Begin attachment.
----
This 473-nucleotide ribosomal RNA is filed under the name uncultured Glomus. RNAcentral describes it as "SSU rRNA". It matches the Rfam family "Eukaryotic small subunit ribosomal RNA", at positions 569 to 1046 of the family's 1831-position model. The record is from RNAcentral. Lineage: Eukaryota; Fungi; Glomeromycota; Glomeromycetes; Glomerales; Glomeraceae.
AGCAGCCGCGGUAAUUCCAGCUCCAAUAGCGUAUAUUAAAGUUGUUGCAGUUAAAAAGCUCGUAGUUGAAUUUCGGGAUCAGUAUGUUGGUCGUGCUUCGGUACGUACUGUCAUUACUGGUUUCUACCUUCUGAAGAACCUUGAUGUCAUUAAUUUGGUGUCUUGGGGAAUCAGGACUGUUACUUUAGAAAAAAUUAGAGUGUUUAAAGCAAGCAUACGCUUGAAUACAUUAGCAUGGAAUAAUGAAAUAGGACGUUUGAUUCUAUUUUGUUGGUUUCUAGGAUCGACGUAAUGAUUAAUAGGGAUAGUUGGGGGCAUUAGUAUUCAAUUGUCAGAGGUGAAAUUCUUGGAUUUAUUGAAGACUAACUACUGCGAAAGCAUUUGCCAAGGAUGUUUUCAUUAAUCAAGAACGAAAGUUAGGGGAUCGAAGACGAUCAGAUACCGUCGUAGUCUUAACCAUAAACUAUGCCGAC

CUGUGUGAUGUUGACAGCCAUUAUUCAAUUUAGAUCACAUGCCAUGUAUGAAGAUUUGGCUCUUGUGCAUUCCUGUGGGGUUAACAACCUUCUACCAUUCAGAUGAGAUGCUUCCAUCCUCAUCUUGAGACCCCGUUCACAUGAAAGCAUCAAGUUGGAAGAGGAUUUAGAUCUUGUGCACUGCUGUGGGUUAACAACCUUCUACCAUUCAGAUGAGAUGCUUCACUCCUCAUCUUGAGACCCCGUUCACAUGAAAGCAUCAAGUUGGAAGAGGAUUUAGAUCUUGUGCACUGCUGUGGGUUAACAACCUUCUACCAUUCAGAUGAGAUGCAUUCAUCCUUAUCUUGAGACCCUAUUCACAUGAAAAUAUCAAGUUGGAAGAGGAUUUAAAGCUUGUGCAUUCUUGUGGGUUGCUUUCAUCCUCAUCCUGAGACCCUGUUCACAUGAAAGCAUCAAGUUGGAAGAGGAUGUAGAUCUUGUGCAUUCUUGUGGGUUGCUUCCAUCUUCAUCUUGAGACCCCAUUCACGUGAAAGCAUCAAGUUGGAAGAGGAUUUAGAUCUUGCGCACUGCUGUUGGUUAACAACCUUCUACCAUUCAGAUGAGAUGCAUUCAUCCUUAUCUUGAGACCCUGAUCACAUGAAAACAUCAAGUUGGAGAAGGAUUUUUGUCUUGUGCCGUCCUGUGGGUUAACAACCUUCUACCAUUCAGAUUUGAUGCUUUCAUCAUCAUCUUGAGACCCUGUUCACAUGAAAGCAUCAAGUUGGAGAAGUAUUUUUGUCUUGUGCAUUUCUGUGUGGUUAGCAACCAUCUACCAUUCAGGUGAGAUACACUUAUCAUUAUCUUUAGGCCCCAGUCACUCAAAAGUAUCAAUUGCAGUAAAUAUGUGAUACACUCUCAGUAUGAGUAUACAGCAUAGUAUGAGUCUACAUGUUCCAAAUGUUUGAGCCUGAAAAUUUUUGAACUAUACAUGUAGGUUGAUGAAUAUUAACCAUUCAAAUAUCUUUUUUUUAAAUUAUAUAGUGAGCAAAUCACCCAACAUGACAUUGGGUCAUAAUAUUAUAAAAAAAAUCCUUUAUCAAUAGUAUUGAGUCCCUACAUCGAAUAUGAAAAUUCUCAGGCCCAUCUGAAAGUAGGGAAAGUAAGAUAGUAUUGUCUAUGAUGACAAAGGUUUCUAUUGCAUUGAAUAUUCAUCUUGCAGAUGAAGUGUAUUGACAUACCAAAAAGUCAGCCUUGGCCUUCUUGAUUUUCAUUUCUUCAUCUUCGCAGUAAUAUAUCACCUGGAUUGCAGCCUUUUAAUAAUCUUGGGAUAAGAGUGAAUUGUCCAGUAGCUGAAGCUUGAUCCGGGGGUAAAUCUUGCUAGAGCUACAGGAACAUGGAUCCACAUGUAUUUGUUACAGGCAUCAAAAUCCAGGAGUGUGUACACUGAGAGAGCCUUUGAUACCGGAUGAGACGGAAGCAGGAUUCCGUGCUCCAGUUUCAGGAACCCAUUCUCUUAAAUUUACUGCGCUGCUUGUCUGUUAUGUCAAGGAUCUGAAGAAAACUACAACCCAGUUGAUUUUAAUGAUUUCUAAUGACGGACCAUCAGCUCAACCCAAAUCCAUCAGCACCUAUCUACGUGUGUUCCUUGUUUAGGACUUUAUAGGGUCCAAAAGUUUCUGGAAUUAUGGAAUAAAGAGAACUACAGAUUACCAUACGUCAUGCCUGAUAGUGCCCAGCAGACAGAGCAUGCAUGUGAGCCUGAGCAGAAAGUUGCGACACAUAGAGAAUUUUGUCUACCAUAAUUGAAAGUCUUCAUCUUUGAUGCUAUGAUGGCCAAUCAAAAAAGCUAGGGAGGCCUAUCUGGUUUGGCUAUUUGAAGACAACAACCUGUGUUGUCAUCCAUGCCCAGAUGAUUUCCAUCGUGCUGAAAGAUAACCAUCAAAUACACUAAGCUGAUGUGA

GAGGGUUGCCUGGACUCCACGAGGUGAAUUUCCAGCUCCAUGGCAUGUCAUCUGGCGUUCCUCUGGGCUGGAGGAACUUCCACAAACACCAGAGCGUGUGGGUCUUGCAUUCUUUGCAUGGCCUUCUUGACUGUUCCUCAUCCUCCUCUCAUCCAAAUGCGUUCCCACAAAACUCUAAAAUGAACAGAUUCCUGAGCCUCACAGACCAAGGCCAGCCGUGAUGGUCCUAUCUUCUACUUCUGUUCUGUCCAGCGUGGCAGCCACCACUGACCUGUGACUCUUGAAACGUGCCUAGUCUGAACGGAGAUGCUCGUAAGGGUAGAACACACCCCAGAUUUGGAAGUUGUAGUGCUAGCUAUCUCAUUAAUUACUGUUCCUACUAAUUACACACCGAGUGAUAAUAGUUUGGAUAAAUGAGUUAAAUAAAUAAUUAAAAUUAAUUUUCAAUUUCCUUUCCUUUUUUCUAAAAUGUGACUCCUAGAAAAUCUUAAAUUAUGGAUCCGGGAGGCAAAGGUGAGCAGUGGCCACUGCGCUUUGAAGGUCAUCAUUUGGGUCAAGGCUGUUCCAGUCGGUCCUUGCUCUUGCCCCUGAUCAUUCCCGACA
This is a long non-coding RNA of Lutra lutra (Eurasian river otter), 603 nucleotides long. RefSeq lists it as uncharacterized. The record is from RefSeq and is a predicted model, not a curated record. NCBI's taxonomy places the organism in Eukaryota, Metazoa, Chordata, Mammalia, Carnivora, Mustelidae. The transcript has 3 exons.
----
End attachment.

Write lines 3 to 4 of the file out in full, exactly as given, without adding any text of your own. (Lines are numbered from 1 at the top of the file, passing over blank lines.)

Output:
CUGUGUGAUGUUGACAGCCAUUAUUCAAUUUAGAUCACAUGCCAUGUAUGAAGAUUUGGCUCUUGUGCAUUCCUGUGGGGUUAACAACCUUCUACCAUUCAGAUGAGAUGCUUCCAUCCUCAUCUUGAGACCCCGUUCACAUGAAAGCAUCAAGUUGGAAGAGGAUUUAGAUCUUGUGCACUGCUGUGGGUUAACAACCUUCUACCAUUCAGAUGAGAUGCUUCACUCCUCAUCUUGAGACCCCGUUCACAUGAAAGCAUCAAGUUGGAAGAGGAUUUAGAUCUUGUGCACUGCUGUGGGUUAACAACCUUCUACCAUUCAGAUGAGAUGCAUUCAUCCUUAUCUUGAGACCCUAUUCACAUGAAAAUAUCAAGUUGGAAGAGGAUUUAAAGCUUGUGCAUUCUUGUGGGUUGCUUUCAUCCUCAUCCUGAGACCCUGUUCACAUGAAAGCAUCAAGUUGGAAGAGGAUGUAGAUCUUGUGCAUUCUUGUGGGUUGCUUCCAUCUUCAUCUUGAGACCCCAUUCACGUGAAAGCAUCAAGUUGGAAGAGGAUUUAGAUCUUGCGCACUGCUGUUGGUUAACAACCUUCUACCAUUCAGAUGAGAUGCAUUCAUCCUUAUCUUGAGACCCUGAUCACAUGAAAACAUCAAGUUGGAGAAGGAUUUUUGUCUUGUGCCGUCCUGUGGGUUAACAACCUUCUACCAUUCAGAUUUGAUGCUUUCAUCAUCAUCUUGAGACCCUGUUCACAUGAAAGCAUCAAGUUGGAGAAGUAUUUUUGUCUUGUGCAUUUCUGUGUGGUUAGCAACCAUCUACCAUUCAGGUGAGAUACACUUAUCAUUAUCUUUAGGCCCCAGUCACUCAAAAGUAUCAAUUGCAGUAAAUAUGUGAUACACUCUCAGUAUGAGUAUACAGCAUAGUAUGAGUCUACAUGUUCCAAAUGUUUGAGCCUGAAAAUUUUUGAACUAUACAUGUAGGUUGAUGAAUAUUAACCAUUCAAAUAUCUUUUUUUUAAAUUAUAUAGUGAGCAAAUCACCCAACAUGACAUUGGGUCAUAAUAUUAUAAAAAAAAUCCUUUAUCAAUAGUAUUGAGUCCCUACAUCGAAUAUGAAAAUUCUCAGGCCCAUCUGAAAGUAGGGAAAGUAAGAUAGUAUUGUCUAUGAUGACAAAGGUUUCUAUUGCAUUGAAUAUUCAUCUUGCAGAUGAAGUGUAUUGACAUACCAAAAAGUCAGCCUUGGCCUUCUUGAUUUUCAUUUCUUCAUCUUCGCAGUAAUAUAUCACCUGGAUUGCAGCCUUUUAAUAAUCUUGGGAUAAGAGUGAAUUGUCCAGUAGCUGAAGCUUGAUCCGGGGGUAAAUCUUGCUAGAGCUACAGGAACAUGGAUCCACAUGUAUUUGUUACAGGCAUCAAAAUCCAGGAGUGUGUACACUGAGAGAGCCUUUGAUACCGGAUGAGACGGAAGCAGGAUUCCGUGCUCCAGUUUCAGGAACCCAUUCUCUUAAAUUUACUGCGCUGCUUGUCUGUUAUGUCAAGGAUCUGAAGAAAACUACAACCCAGUUGAUUUUAAUGAUUUCUAAUGACGGACCAUCAGCUCAACCCAAAUCCAUCAGCACCUAUCUACGUGUGUUCCUUGUUUAGGACUUUAUAGGGUCCAAAAGUUUCUGGAAUUAUGGAAUAAAGAGAACUACAGAUUACCAUACGUCAUGCCUGAUAGUGCCCAGCAGACAGAGCAUGCAUGUGAGCCUGAGCAGAAAGUUGCGACACAUAGAGAAUUUUGUCUACCAUAAUUGAAAGUCUUCAUCUUUGAUGCUAUGAUGGCCAAUCAAAAAAGCUAGGGAGGCCUAUCUGGUUUGGCUAUUUGAAGACAACAACCUGUGUUGUCAUCCAUGCCCAGAUGAUUUCCAUCGUGCUGAAAGAUAACCAUCAAAUACACUAAGCUGAUGUGA

GAGGGUUGCCUGGACUCCACGAGGUGAAUUUCCAGCUCCAUGGCAUGUCAUCUGGCGUUCCUCUGGGCUGGAGGAACUUCCACAAACACCAGAGCGUGUGGGUCUUGCAUUCUUUGCAUGGCCUUCUUGACUGUUCCUCAUCCUCCUCUCAUCCAAAUGCGUUCCCACAAAACUCUAAAAUGAACAGAUUCCUGAGCCUCACAGACCAAGGCCAGCCGUGAUGGUCCUAUCUUCUACUUCUGUUCUGUCCAGCGUGGCAGCCACCACUGACCUGUGACUCUUGAAACGUGCCUAGUCUGAACGGAGAUGCUCGUAAGGGUAGAACACACCCCAGAUUUGGAAGUUGUAGUGCUAGCUAUCUCAUUAAUUACUGUUCCUACUAAUUACACACCGAGUGAUAAUAGUUUGGAUAAAUGAGUUAAAUAAAUAAUUAAAAUUAAUUUUCAAUUUCCUUUCCUUUUUUCUAAAAUGUGACUCCUAGAAAAUCUUAAAUUAUGGAUCCGGGAGGCAAAGGUGAGCAGUGGCCACUGCGCUUUGAAGGUCAUCAUUUGGGUCAAGGCUGUUCCAGUCGGUCCUUGCUCUUGCCCCUGAUCAUUCCCGACA